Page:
Typically, these patterns (which can be beautifully intricate and precise) are used for four main tasks: to find text within a larger body of text; to validate that a string conforms to a desired format; to replace text (or insert text at matched positions, which is the same process); and to split strings.For instance, the Camel Case pattern from the last paragraph can be used to split My Lovely Valentine into its three component words. This page explains what makes this site special among all other regex sites, but first let's answer a burning question: What is the meaning of life? As per the regex humor page, it's simply matches the position in the string Camel Case where we shift from a lower-case letter to an upper-case letter. This regex tutorial, one of the most detailed on the web, takes you all the way to mastery.You can either build your desired SRL Query on this website and afterwards use the generated Regular Expression in your language and code of choice, or, if you're already using PHP 7, Java Script or Python, you can require SRL in your project and then use all of its features right out of the box.For more information on that, please see the Git Hub projects and choose your language. If you like the concept and want to dig deeper, you're welcome to browse the documentation, try out a few more examples or just get started right away!As it turns out, you really don't have to write your regular expressions like this.In many regex flavors, you can aerate your regex just like code, indenting and inserting comments as you go.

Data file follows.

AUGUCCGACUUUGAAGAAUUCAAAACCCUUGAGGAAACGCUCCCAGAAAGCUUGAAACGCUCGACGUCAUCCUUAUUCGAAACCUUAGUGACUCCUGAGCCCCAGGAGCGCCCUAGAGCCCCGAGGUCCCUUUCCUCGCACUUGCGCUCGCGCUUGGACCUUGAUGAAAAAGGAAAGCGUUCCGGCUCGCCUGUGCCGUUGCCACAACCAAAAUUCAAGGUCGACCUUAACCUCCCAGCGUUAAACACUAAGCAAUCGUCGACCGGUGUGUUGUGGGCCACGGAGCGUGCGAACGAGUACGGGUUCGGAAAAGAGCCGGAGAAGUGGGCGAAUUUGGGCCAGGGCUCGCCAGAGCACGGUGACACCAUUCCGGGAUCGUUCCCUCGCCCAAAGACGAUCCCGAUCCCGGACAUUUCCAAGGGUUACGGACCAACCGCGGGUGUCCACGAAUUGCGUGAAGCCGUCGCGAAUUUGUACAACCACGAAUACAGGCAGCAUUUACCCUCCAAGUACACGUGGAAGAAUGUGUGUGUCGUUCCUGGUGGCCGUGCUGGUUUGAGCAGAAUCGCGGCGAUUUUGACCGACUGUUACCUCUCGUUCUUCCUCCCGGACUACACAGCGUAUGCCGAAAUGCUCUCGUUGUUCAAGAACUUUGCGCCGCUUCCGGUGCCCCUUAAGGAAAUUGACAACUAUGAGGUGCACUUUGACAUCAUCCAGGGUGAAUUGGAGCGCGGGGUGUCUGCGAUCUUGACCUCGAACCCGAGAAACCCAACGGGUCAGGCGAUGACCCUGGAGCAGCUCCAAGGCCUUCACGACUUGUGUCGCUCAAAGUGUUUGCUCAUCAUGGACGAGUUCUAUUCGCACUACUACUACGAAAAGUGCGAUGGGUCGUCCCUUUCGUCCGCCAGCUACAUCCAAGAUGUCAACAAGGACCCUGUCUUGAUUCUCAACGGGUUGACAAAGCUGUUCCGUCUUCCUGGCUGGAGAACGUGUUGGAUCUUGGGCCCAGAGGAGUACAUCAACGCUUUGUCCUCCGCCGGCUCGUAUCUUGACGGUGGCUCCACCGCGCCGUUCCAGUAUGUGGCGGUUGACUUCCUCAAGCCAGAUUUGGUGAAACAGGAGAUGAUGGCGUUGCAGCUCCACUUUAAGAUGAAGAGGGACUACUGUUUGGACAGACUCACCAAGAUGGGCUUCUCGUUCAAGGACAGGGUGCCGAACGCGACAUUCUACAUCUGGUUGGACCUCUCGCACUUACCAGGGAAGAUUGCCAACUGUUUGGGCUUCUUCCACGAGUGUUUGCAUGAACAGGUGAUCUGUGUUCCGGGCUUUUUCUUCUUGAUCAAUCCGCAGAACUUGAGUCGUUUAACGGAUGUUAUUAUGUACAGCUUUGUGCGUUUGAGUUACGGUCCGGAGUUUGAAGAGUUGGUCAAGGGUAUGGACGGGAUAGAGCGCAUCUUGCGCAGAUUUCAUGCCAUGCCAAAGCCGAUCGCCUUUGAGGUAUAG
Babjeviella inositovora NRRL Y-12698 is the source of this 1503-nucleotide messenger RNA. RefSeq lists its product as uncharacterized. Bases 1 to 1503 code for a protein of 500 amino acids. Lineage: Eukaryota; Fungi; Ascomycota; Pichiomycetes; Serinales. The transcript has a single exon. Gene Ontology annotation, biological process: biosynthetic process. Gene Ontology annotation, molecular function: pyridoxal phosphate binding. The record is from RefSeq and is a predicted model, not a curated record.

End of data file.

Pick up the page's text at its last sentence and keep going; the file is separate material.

And of course if you like, feel free to help us implementing this project in other programming languages. You could write some tests, report or squash some bugs, extend SRLs feature set, improve existing features, extend its documentation or even implement it in another language. And if you feel like this project is worth being shared, a short post about it on your favorite social media platform would be absolutely fantastic.Can you already guess what we're trying to validate? In reality, you might not want to use a Regular Expression for that, since emails are pretty painful to validate and there are plenty of tools out there that do a way better job on that, but for our example, it fits just fine. Oh, and did we mention you can edit and explore all the SRL Queries shown on this page? All SRL Queries directly translate into basic Regular Expressions. This way we're able to filter the local part and the domain of an email address from a text.That way you're able to create your SRL Queries on this page and use the resulting Regular Expression in any language afterwards. Okay, okay, you're validating strings in a fancy way. capture (any of (digit, letter, one of "._% -") once or more) as "local", literally "@", capture ( any of (digit, letter, one of ".-") once or more, literally ".", letter at least 2 times ) as "domain", case insensitive There are a few ways of using SRL.xs) # Turn on free-spacing and DOTALL modes /\* # Match a forward slash and a star (? \*/) # Blah [- *_/ \] # Blah blah )* # Blah blah blah (.*? # Yadda yadda blah \*/ # Match a star and a forward slash No doubt about it, even with comments and breathing room, there is something raw and experimental about writing a regex pattern.Besides, how well your pattern performs doesn't only depend on applying correct syntax.